As data projects built in the Cloud are becoming more and more frequent, a common use case is to interact with Cloud storage from an existing on premise Big Data platform. Microsoft Azure recently introduced Data Lake Storage Gen2, that is built on top of Azure Blob and offers HDFS-like management of data on Azure. Because it is a quite a new product (GA on Feb. 2019), connecting to ADLS Gen2 from HDP and HDF is not yet supported in public releases.
In this article, we will see how to write data to ADLS Gen2 using:
Azure Data Lake Storage Gen2 supports the same authorization options than Azure Blob storage. In this article, we will access ADLS using a service principal, which leaves us with 3 options:
- Using an OAuth access token to authenticate with user/password, we will use this method with DistCp
- Using a Shared Account Key, what is equivalent to an admin password of the storage account and is not recommended
- Using a Shared Access Signature (SAS), we will use this method with NiFi
First, we need to create a service principal in our Azure tenant. In fact, we will create an application object, that will have one service principal for each tenant on which it is used:
- Open the Azure Portal
Go to the Azure Active Directory panel (you can find it using the search bar)
- Go to App registrations → New registration
- Just fill in the
hdp-hdf-adls-app) and click
- Once the application is created, it appears in your “Owned applications”
To be able to authenticate as the service principal, we will need a secret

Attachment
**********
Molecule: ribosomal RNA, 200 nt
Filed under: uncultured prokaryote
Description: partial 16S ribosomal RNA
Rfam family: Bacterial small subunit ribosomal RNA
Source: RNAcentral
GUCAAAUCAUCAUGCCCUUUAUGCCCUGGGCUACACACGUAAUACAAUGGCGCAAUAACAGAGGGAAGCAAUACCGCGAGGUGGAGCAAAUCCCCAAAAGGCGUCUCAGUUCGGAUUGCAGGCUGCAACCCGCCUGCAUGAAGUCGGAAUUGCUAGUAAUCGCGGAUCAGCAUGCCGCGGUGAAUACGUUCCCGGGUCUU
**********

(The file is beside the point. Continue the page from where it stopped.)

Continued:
- Go to your-app → Certificates & secrets
- Generate a new client secret and save it for later
In this article, we will give full access to the storage account to the service principal (for fine grained access see Manage access rights with RBAC):
- Go to your storage account page → Access Control (IAM)
- Assigne the role
Storage Blob Data Contributorto your application
Connecting to ADLS Gen2 from Hadoop is only supported since Hadoop 3.2.0. Therefore it is not possible on any of the public HDP releases that only carry Hadoop up to version 3.1.1 without the feature backport.
To write data to ADLS Gen2, we will need to use:
- The Hadoop 3.3.0 binaries for the Hadoop CLI and MapReduce2
wildfly-openssljar for secured connection to ADLS
Use these commands to download and upload the
hadoop binaries to HDFS (requires jq package):
# First create a directory to store all this stuff mkdir distcp-to-adls cd !$ # Fill in those properties user=$USER hadoop_version=3.3.0 # Download urls hadoop_azure_jar="https://repo1.maven.org/maven2/org/apache/hadoop/hadoop-azure/$hadoop_version/hadoop-azure-$hadoop_version.jar" wildfly_openssl_jar=https://repo1.maven.org/maven2/org/wildfly/openssl/wildfly-openssl/1.0.7.Final/wildfly-openssl-1.0.7.Final.jar # Create the HDFS working directory hdfs_dir="/user/$user/.distcp-adls" hdfs dfs -mkdir -p "$hdfs_dir" hdfs dfs -rm -r -f "$hdfs_dir/*" # Get Hadoop prefered mirror url hadoop_path="hadoop/common/hadoop-$hadoop_version/hadoop-$hadoop_version.tar.gz" hadoop_mirror=$(curl "https://www.apache.org/dyn/closer.cgi/$hadoop_path&asjson=1" | jq -r '.preferred') hadoop_url="$hadoop_mirror$hadoop_path" # Download Hadoop 3.3.0 binaries mkdir lib wget -P lib "$hadoop_url" && wget -P lib "$hadoop_azure_jar" && wget -P lib "$wildfly_openssl_jar" # Rename root directory in Hadoop binary to match DistCp internal behavior cd lib && tar -xzf "hadoop-$hadoop_version.tar.gz" mv "hadoop-$hadoop_version" hadoop tar -czf mapreduce.tar.gz hadoop && cd .. # Put Hadoop binary in HDFS for use in DistCp hdfs dfs -put lib/mapreduce.tar.gz "$hdfs_dir" # Gather only needed Hadoop conf files mkdir hadoop-conf cp /etc/hadoop/conf/*-site.xml hadoop-conf